A bill that would regulate the use of restraint and seclusion on students in schools, and require any use of such practices to be reported to parents, cleared a legislative hurdle today.
The House Education and Labor Committee voted 34-10 to approve a law that would establish the first federal safety standards in schools for the use of restraint and seclusion, similar to rules in place in hospitals and non-medical, community-based facilities. Regulations on the practices of restraint and seclusion vary from state to state.
With committee approval, now the full U.S. House of Representatives can take up the Preventing Harmful Restraint and Seclusion in Schools Act.
“This bill makes clear that there is no place in our schools for abuse and torture,” said U.S. Rep. George Miller, D-Calif., the chairman of the House Education and Labor Committee. “The egregious abuse of a child should not be considered less criminal because it happens in a classroom -- it should be the opposite. I’m proud that this bill has bipartisan support and I hope the full House will vote on it soon.”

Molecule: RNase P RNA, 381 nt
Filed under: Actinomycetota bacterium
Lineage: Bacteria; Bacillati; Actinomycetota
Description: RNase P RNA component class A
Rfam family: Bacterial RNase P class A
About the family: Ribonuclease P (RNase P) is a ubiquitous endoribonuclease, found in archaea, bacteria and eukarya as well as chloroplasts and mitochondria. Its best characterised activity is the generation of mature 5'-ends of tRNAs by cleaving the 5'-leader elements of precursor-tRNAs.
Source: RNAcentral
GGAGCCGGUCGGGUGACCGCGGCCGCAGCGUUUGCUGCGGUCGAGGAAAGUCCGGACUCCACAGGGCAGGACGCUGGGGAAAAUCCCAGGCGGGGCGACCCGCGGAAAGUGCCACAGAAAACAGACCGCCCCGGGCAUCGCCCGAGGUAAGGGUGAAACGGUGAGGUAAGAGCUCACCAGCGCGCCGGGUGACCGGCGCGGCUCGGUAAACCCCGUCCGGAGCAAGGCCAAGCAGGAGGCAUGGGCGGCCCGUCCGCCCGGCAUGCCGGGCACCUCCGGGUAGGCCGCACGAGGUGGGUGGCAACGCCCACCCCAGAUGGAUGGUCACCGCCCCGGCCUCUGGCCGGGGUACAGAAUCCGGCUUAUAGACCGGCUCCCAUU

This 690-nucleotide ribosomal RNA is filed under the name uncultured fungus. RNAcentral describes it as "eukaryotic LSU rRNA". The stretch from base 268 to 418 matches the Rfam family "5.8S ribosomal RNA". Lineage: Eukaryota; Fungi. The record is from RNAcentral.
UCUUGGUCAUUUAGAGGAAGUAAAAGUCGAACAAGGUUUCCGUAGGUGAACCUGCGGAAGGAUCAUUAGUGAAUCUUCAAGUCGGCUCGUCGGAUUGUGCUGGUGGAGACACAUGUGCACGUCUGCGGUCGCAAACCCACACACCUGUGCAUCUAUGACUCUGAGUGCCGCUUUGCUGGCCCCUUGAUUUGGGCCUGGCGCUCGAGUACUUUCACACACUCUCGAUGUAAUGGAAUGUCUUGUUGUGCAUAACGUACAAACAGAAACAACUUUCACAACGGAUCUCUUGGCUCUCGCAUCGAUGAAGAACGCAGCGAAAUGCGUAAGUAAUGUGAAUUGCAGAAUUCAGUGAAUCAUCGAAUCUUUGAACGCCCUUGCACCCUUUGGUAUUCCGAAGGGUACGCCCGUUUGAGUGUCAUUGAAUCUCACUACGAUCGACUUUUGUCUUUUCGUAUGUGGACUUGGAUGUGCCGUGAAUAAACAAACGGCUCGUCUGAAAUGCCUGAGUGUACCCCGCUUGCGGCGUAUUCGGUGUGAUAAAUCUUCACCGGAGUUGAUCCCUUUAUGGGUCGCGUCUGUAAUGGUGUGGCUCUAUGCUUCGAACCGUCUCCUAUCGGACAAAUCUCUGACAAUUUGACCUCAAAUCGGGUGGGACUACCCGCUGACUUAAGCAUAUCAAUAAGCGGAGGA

A Government Accountability Office report in May found allegations that children had been abused, or even died, because of misuse of restraint and seclusion in schools. Many of the children on whom these practices are used are students with disabilities. The practices are meant to be used in emergencies when students are a danger to themselves or others.
Mr. Miller and Cathy McMorris Rodgers, R-Wash., proposed the bill in the House, and Sen. Chris Dodd, D-Conn., proposed a similar law in the Senate.
The law would ban the use of mechanical restraints, such as strapping students to chairs, and prohibit restraints that restrict breathing. It would prohibit the use of medications to control behavior that were not administered consistent with prescriptions from a doctor. It would ban staff members from denying students water, food, clothing, or access to toilet facilities to control behavior. States would be required to report the use of restraint and seclusion to the U.S. Secretary of Education, according to the House Education and Labor Committee.
States would have two years to develop policies, procedures, and monitoring and enforcement systems to meet the minimum federal safety standards. Federal funds could be withheld from states that do not meet the requirements.
A version of this news article first appeared in the On Special Education blog.